The build up of arms in North Korea and the associated threats are troubling – as we see for example, in the fluctuations of the equity markets. In a world where there is so much division and uncertainty, we need wise and cool heads – wisdom for leaders and cool, clear minds amongst the people of God.

Wisdom for Leaders. In his First Letter to Timothy, Paul the Apostle writes: I urge that supplications, prayers, intercessions, and thanksgivings be made for all people, for kings and all who are in high positions, that we may lead a peaceful and quiet life, godly and dignified in every way. This is good, and it is pleasing in the sight of God our Savior, who desires all people to be saved and to come to the knowledge of the truth (1 Timothy 2:1-4).

Paul expects that God’s people will pray for all people, including those in positions of authority. He has in mind leaders at every level of government.

Something we overlook these days is the fact that the followers of Jesus Christ, for the first three hundred years or so, were often persecuted under Roman rule. The Roman historian Tacitus, for example, tells us that Emperor Nero used the followers of Chrestus as scapegoats for the fire in Rome. Nero put them through all kinds of barbarous cruelty including the lion’s den in the arena in Rome. In Paul’s day, God’s people had every reason to hate the state, yet the New Testament calls upon us to respect the civil authorities for what they are: in the providence of God they are there for the good order and protection of society.

In every generation, God’s people are called upon to pray for leaders. Archbishop Thomas Cranmer reflected this in the liturgies he developed for the Church of England in the 16th century. For example, in a recent update of his 1552 Service of The Lord’s Supper we pray: Almighty and ever-living God, we are taught by your holy Word to offer prayers and supplications and to give thanks for all people… We pray that you will lead the nations of the world into the way of righteousness; and so guide and direct their leaders, especially N, our (Queen/President/Prime Minister), that your people may enjoy the blessings of freedom and peace. Grant that our leaders may impartially administer justice, uphold integrity and truth, restrain wickedness and vice, and maintain true religion.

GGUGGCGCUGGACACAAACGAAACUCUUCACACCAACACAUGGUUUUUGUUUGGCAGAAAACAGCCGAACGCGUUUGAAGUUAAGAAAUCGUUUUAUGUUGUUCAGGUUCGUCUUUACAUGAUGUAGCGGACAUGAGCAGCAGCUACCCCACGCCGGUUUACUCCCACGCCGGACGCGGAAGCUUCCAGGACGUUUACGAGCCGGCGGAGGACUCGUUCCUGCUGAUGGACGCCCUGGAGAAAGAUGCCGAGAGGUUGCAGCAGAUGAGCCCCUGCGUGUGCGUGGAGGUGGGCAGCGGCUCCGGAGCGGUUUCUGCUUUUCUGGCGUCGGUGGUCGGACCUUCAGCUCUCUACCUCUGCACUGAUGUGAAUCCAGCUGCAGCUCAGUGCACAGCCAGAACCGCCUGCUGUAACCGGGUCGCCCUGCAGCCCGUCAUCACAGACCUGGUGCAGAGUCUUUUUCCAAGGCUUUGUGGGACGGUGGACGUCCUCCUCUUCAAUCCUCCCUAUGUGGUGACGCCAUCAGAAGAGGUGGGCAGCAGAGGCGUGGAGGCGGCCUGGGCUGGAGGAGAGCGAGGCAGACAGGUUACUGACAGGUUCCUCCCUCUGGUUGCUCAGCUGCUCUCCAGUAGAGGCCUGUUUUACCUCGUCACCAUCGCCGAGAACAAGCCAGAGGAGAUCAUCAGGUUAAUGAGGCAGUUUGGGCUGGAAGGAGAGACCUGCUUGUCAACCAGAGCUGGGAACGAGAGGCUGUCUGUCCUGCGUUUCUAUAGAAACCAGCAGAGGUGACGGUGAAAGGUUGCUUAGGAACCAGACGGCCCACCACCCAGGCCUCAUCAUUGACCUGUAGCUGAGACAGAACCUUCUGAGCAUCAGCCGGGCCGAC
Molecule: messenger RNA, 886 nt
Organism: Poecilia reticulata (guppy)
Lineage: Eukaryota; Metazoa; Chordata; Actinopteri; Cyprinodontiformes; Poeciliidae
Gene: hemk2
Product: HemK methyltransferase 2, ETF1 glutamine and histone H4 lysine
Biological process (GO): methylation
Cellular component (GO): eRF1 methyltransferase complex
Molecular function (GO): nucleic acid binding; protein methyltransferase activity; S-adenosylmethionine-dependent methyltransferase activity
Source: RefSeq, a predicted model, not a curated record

Cool Heads. The Book of Psalms reminds us that in the midst of extreme events, as well as the day-to-day realities of life, our only hope is to turn to the Lord God for his help and to his Word for his wisdom and strength. For example, Psalm 46:1-2 says: God is our refuge and strength, an ever-present help in trouble. Therefore we will not fear, though the earth give way and the mountains fall into the heart of the sea, though its waters roar and foam and the mountains quake with their surging. 

These words show us that the Bible knows about suffering and evil, especially human evil and its devastating effects on this world. We see here that God ‘s presence is not dislocated from such evils, nor is it abstracted from them.  Rather, the Psalm reveals God as being in the midst of them: he is not the cause of evils, but neither is he removed from them. 

Further, because the Bible speaks about evil, it anticipates human wickedness. We should never be surprised at what evil men and women might perpetrate, for we live in a world that is in rebellion against God. We should not be surprised at the consequences. 

Psalm 46 encourages usThere is a river, whose streams make glad the city of God…. God is in the midst of her; she will not be moved; God will help her at the break of day. The nations rage, the kingdoms totter; he utters his voice, the earth melts (Psalm 46:4-6). God has not left us to our own devices: he has committed himself to be involved. While we see the instability of humanity – the nations rage, the kingdoms totter – we are also assured of God’s final say – he utters his voice – in judgment on the nations.

The Psalm concludes with the command: Be still, and know that I am God (verse 10). This is not so much a word to God’s people, but rather God’s word to the turbulent seas and a rebellious world. It is a command that foreshadows Jesus’ words to the stormy seas: ‘Peace! Be still (Mark 4:39). It is the same powerful voice of authority that commanded the deceased Lazarus: ‘Lazarus, come forth!’ (John 11:43)

God will be exalted among the nations; he will be exalted in the earth (Psalm 46:10).

If such a God is with us, the Psalm concludes (verse 11), we can have every confidence that when we turn to him, he will hear us and sustain us. Despite the awfulness of our experiences at times God is our strength and refuge.

Optional. You may want to meditate on Psalm 46.